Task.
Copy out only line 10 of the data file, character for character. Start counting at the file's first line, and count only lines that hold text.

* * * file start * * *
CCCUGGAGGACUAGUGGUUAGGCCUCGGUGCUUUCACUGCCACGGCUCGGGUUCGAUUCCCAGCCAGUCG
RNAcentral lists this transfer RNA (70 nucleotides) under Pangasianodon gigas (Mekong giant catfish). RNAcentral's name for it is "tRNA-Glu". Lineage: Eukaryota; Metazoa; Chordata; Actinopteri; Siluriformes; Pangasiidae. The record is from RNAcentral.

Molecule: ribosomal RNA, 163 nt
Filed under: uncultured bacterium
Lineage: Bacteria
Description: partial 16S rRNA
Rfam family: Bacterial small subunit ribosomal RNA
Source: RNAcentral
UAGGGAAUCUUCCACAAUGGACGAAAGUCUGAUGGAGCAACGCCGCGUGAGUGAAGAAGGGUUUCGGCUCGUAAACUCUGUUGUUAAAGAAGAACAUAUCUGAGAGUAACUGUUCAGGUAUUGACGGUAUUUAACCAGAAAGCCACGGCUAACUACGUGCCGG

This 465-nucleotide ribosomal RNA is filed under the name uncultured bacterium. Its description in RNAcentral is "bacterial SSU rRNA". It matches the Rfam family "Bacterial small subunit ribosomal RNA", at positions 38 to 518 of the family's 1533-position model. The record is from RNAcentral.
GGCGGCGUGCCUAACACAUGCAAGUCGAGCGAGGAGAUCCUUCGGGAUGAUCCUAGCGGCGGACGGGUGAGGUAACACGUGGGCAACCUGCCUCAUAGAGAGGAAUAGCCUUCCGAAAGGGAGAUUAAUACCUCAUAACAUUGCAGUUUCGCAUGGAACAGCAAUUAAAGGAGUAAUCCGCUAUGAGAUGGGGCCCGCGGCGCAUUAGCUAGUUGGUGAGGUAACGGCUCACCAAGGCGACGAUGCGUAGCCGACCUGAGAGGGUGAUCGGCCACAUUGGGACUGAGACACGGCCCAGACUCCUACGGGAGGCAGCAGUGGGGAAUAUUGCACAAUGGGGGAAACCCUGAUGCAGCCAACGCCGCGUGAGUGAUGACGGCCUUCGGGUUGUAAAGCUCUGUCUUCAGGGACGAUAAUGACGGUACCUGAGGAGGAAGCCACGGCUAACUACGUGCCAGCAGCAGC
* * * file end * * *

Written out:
This 465-nucleotide ribosomal RNA is filed under the name uncultured bacterium. Its description in RNAcentral is "bacterial SSU rRNA". It matches the Rfam family "Bacterial small subunit ribosomal RNA", at positions 38 to 518 of the family's 1533-position model. The record is from RNAcentral.